Google is ending a pilot program that allowed political campaigns to bypass the spam filter, and they have filed a motion to dismiss the lawsuit that the RNC filed against them. Note that Google is not ‘restarting’ spam filtering in Gmail for political campaigns, as claimed by some, and that’s because they never stopped. Confused? You won’t be, read on.
Last September (2022) we told you about the Google Gmail ‘Verified Sender Pilot Program‘ for political campaigns. Through that pilot program political campaigns could apply to be part of the program, and if they were accepted they would bypass the spam filter. Well, Google has discontinued that program, and so those campaigns that participated in the pilot program are back to getting their email spam filtered through Gmail’s regular spam filtering algorithm. However for all of the other political campaigns out there, the thousands that did not take part in that pilot program, Gmail never stopped running them through the spam filters (thank you, Gmail).
This all came about because the Republican National Committee (“RNC”) accused Google of having a political bias in their Gmail spam filtering algorithms. You see the RNC just couldn’t believe that the reason that so much of the email that they sent ended up in the spam folder was because they were, you know, spamming. Oh, they knew that they were spamming, they just couldn’t believe that spamming meant their email should go into the spam folder.
So instead of stopping spamming they took a full-frontal assault approach to try to force their way into your inbox. They did this by a) introducing a law that said that “political campaign mail was not allowed to be run through spam filters (that effort went exactly nowhere, and b) filing a lawsuit alleging that Gmail’s spam filtering algorithms have an inherently political bias because more of their email (they claimed) was put in the spam folder than was email from the campaigns of Democrats (Google just filed a motion to dismiss based on the RNC’s complete failure to actually state a credible claim – you can read Google’s Motion to Dismiss here).
Google countered by doing a very shrewd thing: They went to the Federal Election Commission (FEC) and asked whether, if they developed a program that would allow political campaigns to bypass the spam filter, such a program would run afoul of campaign finance laws because it could be construed as Google giving an in-kind gift to the campaigns.
The FEC said that such a program would be permissible, and once Google got the ‘OK’ from the FEC, Google created that program, essentially saying to the RNC “Put your email where your mouth is.” Under the program political campaigns could register, prove to Google’s satisfaction that they weren’t spamming, and once having so proven they would be accepted into the pilot program and then they would bypass the spam filters at Gmail altogether.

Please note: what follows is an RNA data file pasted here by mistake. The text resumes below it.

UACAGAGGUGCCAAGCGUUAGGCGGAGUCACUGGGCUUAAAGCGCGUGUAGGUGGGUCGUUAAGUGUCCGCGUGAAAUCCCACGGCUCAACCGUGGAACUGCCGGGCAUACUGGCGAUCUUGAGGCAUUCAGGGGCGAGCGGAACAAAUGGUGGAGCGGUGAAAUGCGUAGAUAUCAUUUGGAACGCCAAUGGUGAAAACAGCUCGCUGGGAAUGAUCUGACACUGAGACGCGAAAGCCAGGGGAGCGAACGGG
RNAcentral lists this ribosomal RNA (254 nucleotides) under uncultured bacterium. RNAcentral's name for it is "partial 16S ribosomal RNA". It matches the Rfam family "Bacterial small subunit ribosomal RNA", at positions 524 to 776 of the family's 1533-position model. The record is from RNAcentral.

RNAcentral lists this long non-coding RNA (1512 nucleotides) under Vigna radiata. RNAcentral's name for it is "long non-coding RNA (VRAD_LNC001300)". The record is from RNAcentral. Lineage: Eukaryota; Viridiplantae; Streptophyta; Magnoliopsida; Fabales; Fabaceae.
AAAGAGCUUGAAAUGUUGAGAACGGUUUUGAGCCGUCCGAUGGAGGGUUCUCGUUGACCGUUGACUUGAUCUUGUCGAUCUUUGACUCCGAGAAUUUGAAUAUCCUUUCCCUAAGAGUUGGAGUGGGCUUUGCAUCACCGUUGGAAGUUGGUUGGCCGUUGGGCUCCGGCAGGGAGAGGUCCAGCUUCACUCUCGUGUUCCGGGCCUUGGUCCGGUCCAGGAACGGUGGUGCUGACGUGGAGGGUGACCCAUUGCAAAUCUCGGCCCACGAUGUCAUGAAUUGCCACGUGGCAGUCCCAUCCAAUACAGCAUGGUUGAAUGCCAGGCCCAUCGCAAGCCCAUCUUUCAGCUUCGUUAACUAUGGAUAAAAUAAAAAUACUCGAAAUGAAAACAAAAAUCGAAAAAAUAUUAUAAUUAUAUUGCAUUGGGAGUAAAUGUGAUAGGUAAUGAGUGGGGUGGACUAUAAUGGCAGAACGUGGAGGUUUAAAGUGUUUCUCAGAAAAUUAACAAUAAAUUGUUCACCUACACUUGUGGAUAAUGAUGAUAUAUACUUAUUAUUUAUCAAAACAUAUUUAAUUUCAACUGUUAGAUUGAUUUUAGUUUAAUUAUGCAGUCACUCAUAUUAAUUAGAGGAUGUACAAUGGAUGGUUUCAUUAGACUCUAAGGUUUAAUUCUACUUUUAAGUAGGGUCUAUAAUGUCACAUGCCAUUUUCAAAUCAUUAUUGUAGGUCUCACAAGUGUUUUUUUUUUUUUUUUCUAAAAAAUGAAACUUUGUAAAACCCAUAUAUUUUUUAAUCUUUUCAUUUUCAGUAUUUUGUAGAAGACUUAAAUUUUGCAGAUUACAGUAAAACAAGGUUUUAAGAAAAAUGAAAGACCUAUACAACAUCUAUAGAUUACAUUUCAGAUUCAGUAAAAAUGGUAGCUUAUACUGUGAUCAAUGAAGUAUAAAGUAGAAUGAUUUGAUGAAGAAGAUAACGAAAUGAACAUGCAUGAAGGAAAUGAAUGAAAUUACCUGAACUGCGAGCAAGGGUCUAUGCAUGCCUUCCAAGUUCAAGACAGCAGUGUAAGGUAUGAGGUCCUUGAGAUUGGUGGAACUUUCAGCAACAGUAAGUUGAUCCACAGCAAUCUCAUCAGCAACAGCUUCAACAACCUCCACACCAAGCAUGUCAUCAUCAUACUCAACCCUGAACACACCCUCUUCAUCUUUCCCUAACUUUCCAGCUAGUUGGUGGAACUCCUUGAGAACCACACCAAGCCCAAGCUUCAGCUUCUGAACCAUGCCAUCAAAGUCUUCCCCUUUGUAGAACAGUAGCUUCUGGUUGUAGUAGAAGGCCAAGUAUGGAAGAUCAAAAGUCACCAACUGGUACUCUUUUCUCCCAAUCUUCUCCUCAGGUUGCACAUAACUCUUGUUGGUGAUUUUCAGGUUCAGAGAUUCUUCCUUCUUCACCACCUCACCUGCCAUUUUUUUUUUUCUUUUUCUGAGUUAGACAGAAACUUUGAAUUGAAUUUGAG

The RNC never applied to the pilot program. While over 100 campaigns did apply to and participated in the program, the Republican National Party was not one of them.
Says Google’s Motion to Dismiss “As the Complaint makes clear, the RNC has chosen not to participate in Google’s FEC-approved Pilot Program.”
One of the things that Google revealed in its Motion to Dismiss is that the pilot program is going to end at the end of this month (January, 2023), explaining that “In August 2022, and at Google’s request, the FEC authorized a pilot program for bulk emails sent to Gmail users by authorized candidate committees, political party committees, and leadership political action committees registered with the FEC (the “Pilot Program”). The Pilot Program was made available to all eligible participants on a non-partisan basis… Rather, the purpose of the Pilot Program is to help ensure Gmail users receive the emails they want to receive. The Pilot Program is scheduled to run through January 31, 2023”
So why do we say at the top that “Google is NOT ‘restarting’ spam filtering in Gmail for political campaigns – they never stopped”? That is because of a post over on Engadget, the title of which is “Google will once again apply Gmail spam detection to political campaign emails”. Shoddy reporting on Engadget’s part, lazy copy editing on Engadget’s part, or click-bait on Engadget’s part? You be the judge, either way we’re here to set the record straight.
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